Following this current prayer debate I can almost hear Paul saying, “Hasn’t God made the wisdom of the world foolish? God wisely planned that the world would not know him through its own wisdom.

In one of the recent “living the questions” adult education sessions, our study group, was looking at the omnipotence of God.  The question we found ourselves exploring was, “how can our loving God be all-powerful and there still be so much pain in the world?”

We tried to explain it away and someone suggested that it is because God has given us free will or freedom of choice and that we, not God, create our own pain.  Someone else exclaimed, “but that doesn’t explain a natural disaster like an earthquake.  Humanity can’t be blamed for that!”

I admit I struggle with this question as much as anyone.  It seems that knowledge of the power of God is ingrained in us.

We pray to almighty God.

We confess that, “we believe in God the father almighty.

We are taught about a God who can in a word, create order from chaos.

In anger can flood creation or turn someone to salt.

With a promise can bring life from a barren womb.

We even learn of God as man who can take scarce provisions and feed thousands, walk on water, and raise the dead.

We must admit this is a God we want to believe in, need to believe in.  But a God created by earthly wisdom.  What would our God be if not an all powerful source in this world? Can we even imagine what that God might look like?  Completely abandoned by his followers, beaten by worldly rulers, bloodied, broken, and taking it all in complete submission to a greater power and wisdom than those of this world.

Can we imagine that God?   We should be able to for that weak, vulnerable and helpless God is Christ crucified.

Oh how foolish our faith looks to the world.  Paul writes, that the message of the cross seems foolish to those who are lost and dying. but to us who are being saved it is the power of God.

But who wants to preach about that.  No one wants to hear about the cross when the “health and wealth” gospel will pack a stadium with eager listeners and glue tens of thousands of hopeful viewers to their television sets? The message of the cross doesn’t go over well to “spiritual customers” looking for a church to provide a service that meets their needs.

But Paul tells us that God’s foolishness is wiser than human wisdom.  We know better but sometimes we fool ourselves into believing that we can rely on our own abilities, our own expertise, our own planning and sophistication.   Yet in the shadow of the cross, such “wisdom” and attempts at control do seem foolish.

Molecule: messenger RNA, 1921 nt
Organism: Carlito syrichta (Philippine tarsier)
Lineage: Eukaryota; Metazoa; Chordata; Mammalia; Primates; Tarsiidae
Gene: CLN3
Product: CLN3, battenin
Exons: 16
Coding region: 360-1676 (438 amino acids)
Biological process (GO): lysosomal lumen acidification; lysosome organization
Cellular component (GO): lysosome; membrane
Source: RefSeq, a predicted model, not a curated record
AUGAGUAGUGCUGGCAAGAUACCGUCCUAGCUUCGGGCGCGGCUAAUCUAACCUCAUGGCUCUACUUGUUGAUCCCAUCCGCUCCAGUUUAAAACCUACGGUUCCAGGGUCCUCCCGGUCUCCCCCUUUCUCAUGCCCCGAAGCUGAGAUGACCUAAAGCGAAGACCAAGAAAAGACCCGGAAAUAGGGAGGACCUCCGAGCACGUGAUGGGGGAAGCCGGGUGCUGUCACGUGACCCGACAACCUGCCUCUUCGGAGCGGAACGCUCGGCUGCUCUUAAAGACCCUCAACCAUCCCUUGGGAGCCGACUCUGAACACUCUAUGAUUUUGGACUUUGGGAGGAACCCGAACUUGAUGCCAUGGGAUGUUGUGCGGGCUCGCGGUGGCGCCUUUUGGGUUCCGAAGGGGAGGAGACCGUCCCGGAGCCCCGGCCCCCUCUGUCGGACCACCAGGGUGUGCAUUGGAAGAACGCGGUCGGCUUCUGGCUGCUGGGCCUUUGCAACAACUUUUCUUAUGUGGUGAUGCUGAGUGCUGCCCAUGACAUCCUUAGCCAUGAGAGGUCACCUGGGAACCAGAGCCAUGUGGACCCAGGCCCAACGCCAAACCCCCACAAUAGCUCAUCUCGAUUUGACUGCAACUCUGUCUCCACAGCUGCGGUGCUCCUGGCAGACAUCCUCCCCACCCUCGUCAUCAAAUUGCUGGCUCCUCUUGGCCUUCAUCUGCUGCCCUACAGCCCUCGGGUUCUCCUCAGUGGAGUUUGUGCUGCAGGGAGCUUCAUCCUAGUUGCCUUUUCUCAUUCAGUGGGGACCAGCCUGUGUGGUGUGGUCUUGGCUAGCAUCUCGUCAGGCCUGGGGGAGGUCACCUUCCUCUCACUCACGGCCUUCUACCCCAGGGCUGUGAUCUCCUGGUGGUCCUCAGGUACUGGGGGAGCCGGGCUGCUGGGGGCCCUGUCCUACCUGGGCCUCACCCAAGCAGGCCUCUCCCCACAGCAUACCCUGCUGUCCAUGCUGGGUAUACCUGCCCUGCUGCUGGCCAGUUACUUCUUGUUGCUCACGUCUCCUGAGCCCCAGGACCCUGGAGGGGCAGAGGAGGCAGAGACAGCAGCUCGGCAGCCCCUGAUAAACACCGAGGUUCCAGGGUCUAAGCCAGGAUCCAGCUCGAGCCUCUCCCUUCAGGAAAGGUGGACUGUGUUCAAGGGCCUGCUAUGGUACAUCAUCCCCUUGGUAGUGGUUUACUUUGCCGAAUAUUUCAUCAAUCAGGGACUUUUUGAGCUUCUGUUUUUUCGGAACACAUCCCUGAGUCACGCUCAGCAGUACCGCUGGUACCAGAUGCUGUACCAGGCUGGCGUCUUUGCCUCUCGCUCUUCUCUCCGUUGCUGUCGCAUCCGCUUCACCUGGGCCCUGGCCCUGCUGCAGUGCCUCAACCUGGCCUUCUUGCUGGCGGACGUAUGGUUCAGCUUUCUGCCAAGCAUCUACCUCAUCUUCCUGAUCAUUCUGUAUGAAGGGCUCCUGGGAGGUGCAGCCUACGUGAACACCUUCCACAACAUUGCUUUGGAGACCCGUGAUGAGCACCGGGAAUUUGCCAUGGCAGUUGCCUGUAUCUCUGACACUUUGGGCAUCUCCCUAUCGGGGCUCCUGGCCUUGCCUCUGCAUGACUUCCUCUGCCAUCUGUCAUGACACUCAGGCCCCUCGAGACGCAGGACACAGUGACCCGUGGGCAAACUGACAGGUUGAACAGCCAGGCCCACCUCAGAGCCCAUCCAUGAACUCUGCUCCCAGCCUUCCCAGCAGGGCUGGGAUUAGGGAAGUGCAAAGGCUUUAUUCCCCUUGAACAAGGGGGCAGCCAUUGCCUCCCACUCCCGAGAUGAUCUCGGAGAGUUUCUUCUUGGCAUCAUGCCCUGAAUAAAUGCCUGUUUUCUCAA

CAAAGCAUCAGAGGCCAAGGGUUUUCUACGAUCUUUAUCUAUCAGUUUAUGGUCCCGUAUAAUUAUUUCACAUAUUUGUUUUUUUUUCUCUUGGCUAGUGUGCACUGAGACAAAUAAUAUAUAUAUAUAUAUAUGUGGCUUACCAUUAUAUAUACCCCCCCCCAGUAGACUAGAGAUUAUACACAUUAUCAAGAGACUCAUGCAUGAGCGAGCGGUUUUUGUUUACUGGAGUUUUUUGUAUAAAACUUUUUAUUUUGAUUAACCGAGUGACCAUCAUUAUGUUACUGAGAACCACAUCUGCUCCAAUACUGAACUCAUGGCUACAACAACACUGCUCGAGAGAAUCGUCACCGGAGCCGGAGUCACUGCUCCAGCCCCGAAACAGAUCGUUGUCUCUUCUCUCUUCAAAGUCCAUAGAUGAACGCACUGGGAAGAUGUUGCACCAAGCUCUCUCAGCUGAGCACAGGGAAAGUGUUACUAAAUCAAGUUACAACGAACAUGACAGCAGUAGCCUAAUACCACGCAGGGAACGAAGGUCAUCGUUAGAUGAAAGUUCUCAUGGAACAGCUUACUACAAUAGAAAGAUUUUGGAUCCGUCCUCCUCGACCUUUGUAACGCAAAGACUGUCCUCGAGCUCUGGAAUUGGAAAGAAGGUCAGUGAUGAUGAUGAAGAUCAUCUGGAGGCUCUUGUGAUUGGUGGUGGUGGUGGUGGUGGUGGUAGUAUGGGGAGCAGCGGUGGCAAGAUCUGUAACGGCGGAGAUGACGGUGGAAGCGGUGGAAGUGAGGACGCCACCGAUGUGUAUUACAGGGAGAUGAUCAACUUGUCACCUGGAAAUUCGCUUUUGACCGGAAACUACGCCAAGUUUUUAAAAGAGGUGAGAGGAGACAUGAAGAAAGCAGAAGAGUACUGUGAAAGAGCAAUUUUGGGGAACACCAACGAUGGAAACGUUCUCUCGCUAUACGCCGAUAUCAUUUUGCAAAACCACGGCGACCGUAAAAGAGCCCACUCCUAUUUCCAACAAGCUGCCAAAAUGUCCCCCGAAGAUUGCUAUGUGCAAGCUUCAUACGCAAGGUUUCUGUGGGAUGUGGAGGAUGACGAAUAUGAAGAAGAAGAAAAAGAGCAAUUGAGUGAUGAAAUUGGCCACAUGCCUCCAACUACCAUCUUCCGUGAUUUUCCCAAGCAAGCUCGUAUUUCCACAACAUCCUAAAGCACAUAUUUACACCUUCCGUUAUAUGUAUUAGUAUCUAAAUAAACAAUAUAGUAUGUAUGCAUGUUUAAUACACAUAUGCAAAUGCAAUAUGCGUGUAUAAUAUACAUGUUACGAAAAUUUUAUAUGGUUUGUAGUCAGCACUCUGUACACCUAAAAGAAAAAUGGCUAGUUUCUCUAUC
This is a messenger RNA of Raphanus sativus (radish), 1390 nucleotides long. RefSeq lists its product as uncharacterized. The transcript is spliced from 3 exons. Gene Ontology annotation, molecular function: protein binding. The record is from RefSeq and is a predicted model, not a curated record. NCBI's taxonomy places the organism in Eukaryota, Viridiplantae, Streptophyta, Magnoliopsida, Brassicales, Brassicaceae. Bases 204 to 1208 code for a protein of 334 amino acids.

God’s foolishness in the cross calls into question what we value.

So often we are star-struck by the beautiful, the popular, and the wealthy; but the cross is ugly, unpopular, and poor, representing the very poverty of Christ, who is emptied for the sins of the world.

We are impressed with violent, ravenous power, but the cross means nonviolent self-giving.

We are mesmerized by the eloquent, but the cross speaks God’s strange power and wisdom.

For Christians, the cross declares that we embrace truth when lies seem easier,

gentleness when force is attractive,

justice for the oppressed when maintaining status quo would be simpler,

generosity when hoarding would be more comfortable,

forgiving when a hateful grudge would taste so good.[4]

Paul brings in Isaiah, a much more eloquent voice than his, to remind the Corinthians that God has often been in the business of confounding the wise and stopping up the tongues of the eloquent in order to teach what God’s wisdom looks like, to subvert wisdom and power in order to offer another kind of wisdom and power.[5]

Paul’s ancient words to the people in Corinth are just as full of truth today for us in Stratford.  Words telling us that God, through Christ Jesus, offer us another kind of wisdom, a wisdom that is deep and true, a wisdom that is not concerned with appearance or association.

God’s wisdom is willing to be mocked, to be shamed and understood as foolishness.  God’s wisdom is willing to take the blows of violent power and the slurs of arrogant wisdom in order to make clear that the things of violence and arrogance will not last, but what will last is the foolish proclamation that power can serve and wisdom is found in powerless vulnerability.

Blessed are those who seek after God’s foolishness, God’s weakness, for there you shall find wisdom and redemption.  There you shall find yourself a strange anomaly, but fully alive.[6]


[1] Wright, N.T. (2004), “Paul for Everyone: 1 Corinthians”, Westminster John Knox Press, Louisville pp 10-14.
[2] ibid
[3] Paraphrased from Accessed March 9, 2012
[4] Paschal, Jeff (2008) in “Feasting on the Word” Westminster John Knox Press, Louisville, pp 87-91
[5] Cole, Brian (2012) “Foolish Wisdom”, accessed March 9, 2012
[6] Ibid